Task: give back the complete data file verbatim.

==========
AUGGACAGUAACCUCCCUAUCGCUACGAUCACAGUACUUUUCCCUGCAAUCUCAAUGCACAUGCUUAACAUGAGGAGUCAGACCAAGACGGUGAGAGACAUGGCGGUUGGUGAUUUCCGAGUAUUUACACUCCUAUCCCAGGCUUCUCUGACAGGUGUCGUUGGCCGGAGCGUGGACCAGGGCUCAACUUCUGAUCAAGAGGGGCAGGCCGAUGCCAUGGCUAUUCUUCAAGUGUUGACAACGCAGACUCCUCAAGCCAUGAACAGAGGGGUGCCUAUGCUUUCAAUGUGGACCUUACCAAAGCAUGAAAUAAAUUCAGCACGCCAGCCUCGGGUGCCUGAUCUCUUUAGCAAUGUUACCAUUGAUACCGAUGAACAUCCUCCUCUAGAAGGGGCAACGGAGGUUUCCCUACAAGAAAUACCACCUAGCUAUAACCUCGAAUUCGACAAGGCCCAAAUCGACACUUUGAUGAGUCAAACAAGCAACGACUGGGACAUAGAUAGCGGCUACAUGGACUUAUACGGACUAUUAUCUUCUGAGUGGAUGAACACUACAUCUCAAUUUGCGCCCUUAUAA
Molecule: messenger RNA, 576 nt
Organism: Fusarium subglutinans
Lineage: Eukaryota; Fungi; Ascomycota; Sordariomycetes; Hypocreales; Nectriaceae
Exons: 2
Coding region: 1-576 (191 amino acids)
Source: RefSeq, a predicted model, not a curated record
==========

AUGGACAGUAACCUCCCUAUCGCUACGAUCACAGUACUUUUCCCUGCAAUCUCAAUGCACAUGCUUAACAUGAGGAGUCAGACCAAGACGGUGAGAGACAUGGCGGUUGGUGAUUUCCGAGUAUUUACACUCCUAUCCCAGGCUUCUCUGACAGGUGUCGUUGGCCGGAGCGUGGACCAGGGCUCAACUUCUGAUCAAGAGGGGCAGGCCGAUGCCAUGGCUAUUCUUCAAGUGUUGACAACGCAGACUCCUCAAGCCAUGAACAGAGGGGUGCCUAUGCUUUCAAUGUGGACCUUACCAAAGCAUGAAAUAAAUUCAGCACGCCAGCCUCGGGUGCCUGAUCUCUUUAGCAAUGUUACCAUUGAUACCGAUGAACAUCCUCCUCUAGAAGGGGCAACGGAGGUUUCCCUACAAGAAAUACCACCUAGCUAUAACCUCGAAUUCGACAAGGCCCAAAUCGACACUUUGAUGAGUCAAACAAGCAACGACUGGGACAUAGAUAGCGGCUACAUGGACUUAUACGGACUAUUAUCUUCUGAGUGGAUGAACACUACAUCUCAAUUUGCGCCCUUAUAA
Molecule: messenger RNA, 576 nt
Organism: Fusarium subglutinans
Lineage: Eukaryota; Fungi; Ascomycota; Sordariomycetes; Hypocreales; Nectriaceae
Exons: 2
Coding region: 1-576 (191 amino acids)
Source: RefSeq, a predicted model, not a curated record